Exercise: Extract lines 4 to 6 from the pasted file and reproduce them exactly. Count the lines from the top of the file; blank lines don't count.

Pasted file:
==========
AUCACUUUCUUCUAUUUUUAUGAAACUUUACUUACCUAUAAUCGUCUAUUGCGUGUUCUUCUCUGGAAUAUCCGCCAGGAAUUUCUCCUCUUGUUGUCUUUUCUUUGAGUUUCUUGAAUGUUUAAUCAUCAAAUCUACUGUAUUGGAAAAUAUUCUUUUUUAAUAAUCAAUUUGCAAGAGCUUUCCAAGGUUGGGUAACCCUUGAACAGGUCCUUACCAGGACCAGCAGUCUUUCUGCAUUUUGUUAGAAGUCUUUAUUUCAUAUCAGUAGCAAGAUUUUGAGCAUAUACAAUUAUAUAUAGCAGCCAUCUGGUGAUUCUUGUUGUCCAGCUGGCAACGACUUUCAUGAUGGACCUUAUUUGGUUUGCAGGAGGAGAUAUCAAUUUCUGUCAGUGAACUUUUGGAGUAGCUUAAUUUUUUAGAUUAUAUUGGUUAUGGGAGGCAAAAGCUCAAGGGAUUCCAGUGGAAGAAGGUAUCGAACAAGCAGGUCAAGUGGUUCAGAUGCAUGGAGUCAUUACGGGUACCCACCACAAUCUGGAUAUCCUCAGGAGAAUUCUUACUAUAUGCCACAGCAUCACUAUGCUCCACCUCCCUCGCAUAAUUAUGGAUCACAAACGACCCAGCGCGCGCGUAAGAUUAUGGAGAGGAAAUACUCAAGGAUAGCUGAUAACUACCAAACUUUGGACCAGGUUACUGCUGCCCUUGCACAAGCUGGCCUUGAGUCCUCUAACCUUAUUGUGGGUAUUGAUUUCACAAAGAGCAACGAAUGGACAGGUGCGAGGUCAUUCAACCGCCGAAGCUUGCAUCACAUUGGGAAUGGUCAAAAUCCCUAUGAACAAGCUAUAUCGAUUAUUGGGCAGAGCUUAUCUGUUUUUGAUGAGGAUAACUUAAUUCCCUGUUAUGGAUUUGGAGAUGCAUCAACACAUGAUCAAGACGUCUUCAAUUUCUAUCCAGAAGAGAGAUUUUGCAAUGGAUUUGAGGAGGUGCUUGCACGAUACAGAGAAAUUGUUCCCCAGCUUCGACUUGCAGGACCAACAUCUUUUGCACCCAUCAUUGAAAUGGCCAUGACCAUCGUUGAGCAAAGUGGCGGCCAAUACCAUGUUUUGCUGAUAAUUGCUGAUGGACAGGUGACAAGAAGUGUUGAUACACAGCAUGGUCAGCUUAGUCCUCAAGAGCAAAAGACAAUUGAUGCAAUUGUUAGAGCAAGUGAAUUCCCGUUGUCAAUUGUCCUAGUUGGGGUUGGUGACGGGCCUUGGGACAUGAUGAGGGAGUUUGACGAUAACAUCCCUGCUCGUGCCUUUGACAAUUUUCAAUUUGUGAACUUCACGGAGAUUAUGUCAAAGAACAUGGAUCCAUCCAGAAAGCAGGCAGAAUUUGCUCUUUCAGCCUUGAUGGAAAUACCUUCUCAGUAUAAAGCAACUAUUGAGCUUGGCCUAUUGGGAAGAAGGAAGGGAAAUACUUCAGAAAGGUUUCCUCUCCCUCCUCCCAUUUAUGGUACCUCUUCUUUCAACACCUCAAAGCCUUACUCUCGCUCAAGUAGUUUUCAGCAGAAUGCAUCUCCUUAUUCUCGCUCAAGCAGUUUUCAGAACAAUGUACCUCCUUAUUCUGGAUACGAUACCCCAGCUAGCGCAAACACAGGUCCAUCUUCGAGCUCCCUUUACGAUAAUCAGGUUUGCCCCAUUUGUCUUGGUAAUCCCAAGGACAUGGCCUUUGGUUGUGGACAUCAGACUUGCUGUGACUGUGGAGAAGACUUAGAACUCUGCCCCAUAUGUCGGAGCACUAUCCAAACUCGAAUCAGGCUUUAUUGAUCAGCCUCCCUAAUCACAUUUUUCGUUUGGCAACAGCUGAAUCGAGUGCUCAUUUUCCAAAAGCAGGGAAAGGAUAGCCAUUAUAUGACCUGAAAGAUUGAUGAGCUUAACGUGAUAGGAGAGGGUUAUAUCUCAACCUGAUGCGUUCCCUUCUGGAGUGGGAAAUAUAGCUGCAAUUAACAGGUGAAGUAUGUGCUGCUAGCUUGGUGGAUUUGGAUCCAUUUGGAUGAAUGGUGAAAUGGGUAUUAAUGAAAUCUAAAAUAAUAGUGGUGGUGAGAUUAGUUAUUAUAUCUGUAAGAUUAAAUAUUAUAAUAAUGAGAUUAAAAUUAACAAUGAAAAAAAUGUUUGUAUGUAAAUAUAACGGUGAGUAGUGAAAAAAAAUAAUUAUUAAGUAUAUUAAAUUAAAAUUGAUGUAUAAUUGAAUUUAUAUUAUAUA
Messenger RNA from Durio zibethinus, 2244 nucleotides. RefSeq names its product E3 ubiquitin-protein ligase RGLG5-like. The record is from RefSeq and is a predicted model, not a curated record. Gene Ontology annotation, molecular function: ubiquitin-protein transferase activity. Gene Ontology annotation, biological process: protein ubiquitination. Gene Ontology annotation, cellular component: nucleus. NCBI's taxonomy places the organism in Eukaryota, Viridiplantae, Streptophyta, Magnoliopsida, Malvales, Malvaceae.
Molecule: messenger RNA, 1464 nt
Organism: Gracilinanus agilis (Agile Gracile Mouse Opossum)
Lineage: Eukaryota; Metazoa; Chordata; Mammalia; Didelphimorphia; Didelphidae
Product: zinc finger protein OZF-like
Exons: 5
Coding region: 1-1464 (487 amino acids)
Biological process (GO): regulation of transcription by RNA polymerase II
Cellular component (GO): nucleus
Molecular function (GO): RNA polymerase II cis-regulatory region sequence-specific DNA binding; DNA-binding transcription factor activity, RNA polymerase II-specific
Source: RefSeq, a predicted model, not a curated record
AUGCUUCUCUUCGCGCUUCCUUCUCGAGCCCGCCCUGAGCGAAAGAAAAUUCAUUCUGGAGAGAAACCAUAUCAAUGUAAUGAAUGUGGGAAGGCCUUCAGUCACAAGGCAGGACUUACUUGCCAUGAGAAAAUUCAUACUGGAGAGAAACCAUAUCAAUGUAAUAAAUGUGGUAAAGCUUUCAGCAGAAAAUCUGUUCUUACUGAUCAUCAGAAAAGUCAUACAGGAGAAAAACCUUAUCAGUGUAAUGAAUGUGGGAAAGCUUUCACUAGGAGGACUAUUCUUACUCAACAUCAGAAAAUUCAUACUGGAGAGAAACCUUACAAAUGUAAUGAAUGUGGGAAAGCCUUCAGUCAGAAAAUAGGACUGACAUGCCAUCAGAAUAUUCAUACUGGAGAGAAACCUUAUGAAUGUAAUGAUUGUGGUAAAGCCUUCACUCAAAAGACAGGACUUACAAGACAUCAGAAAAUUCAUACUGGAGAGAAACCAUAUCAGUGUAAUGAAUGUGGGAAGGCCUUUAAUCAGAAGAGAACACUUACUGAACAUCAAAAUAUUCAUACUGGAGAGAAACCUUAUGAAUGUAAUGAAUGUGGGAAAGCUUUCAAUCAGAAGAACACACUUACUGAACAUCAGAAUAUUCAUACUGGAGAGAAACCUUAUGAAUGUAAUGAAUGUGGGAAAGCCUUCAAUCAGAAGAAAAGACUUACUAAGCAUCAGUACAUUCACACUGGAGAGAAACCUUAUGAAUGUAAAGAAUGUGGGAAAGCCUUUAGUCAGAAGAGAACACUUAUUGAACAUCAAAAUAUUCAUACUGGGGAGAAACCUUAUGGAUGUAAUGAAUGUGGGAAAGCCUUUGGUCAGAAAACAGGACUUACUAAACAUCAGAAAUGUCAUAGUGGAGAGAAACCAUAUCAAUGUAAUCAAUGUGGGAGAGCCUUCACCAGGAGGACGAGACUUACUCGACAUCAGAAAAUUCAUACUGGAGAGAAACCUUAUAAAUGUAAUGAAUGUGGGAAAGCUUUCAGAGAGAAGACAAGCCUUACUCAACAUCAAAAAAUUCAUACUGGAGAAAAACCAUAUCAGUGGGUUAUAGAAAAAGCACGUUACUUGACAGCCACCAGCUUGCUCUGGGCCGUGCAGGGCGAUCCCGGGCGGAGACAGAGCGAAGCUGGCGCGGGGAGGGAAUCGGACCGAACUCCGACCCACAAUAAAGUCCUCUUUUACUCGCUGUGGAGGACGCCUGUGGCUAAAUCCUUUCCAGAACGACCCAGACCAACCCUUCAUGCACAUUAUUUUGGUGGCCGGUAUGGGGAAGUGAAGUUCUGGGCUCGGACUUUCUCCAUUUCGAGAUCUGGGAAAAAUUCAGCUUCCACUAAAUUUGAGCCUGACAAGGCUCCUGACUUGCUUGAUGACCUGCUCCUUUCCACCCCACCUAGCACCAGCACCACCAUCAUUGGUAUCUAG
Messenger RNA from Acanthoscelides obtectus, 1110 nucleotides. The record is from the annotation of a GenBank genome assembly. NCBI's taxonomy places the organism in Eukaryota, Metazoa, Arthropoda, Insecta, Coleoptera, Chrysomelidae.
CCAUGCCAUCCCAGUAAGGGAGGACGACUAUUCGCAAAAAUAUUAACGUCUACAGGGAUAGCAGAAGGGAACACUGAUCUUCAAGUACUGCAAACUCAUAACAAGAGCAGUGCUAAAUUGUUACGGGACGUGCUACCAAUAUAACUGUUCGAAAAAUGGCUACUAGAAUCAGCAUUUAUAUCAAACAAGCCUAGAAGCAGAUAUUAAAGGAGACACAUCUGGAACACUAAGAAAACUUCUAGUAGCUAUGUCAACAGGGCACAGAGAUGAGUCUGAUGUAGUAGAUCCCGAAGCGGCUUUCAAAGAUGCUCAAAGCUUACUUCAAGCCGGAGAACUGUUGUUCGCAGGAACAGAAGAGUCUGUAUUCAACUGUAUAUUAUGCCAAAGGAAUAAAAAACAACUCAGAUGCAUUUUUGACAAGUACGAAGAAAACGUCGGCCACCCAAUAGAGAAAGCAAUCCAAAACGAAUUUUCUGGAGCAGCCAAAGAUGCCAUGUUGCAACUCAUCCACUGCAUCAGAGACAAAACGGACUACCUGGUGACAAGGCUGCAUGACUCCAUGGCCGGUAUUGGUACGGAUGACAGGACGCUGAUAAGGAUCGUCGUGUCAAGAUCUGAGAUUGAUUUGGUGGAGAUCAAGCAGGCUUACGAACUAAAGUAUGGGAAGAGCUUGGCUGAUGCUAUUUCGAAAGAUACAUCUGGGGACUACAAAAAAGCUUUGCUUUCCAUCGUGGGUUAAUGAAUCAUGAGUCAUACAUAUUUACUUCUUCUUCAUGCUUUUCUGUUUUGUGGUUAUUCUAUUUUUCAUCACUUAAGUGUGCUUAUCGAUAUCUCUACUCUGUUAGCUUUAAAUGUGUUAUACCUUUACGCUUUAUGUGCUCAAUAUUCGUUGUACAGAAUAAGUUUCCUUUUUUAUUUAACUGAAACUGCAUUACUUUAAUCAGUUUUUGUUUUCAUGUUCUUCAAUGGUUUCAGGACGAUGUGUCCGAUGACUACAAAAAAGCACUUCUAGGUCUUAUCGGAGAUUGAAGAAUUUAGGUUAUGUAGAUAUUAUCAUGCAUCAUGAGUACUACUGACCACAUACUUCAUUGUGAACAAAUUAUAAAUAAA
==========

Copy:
Organism: Gracilinanus agilis (Agile Gracile Mouse Opossum)
Lineage: Eukaryota; Metazoa; Chordata; Mammalia; Didelphimorphia; Didelphidae
Product: zinc finger protein OZF-like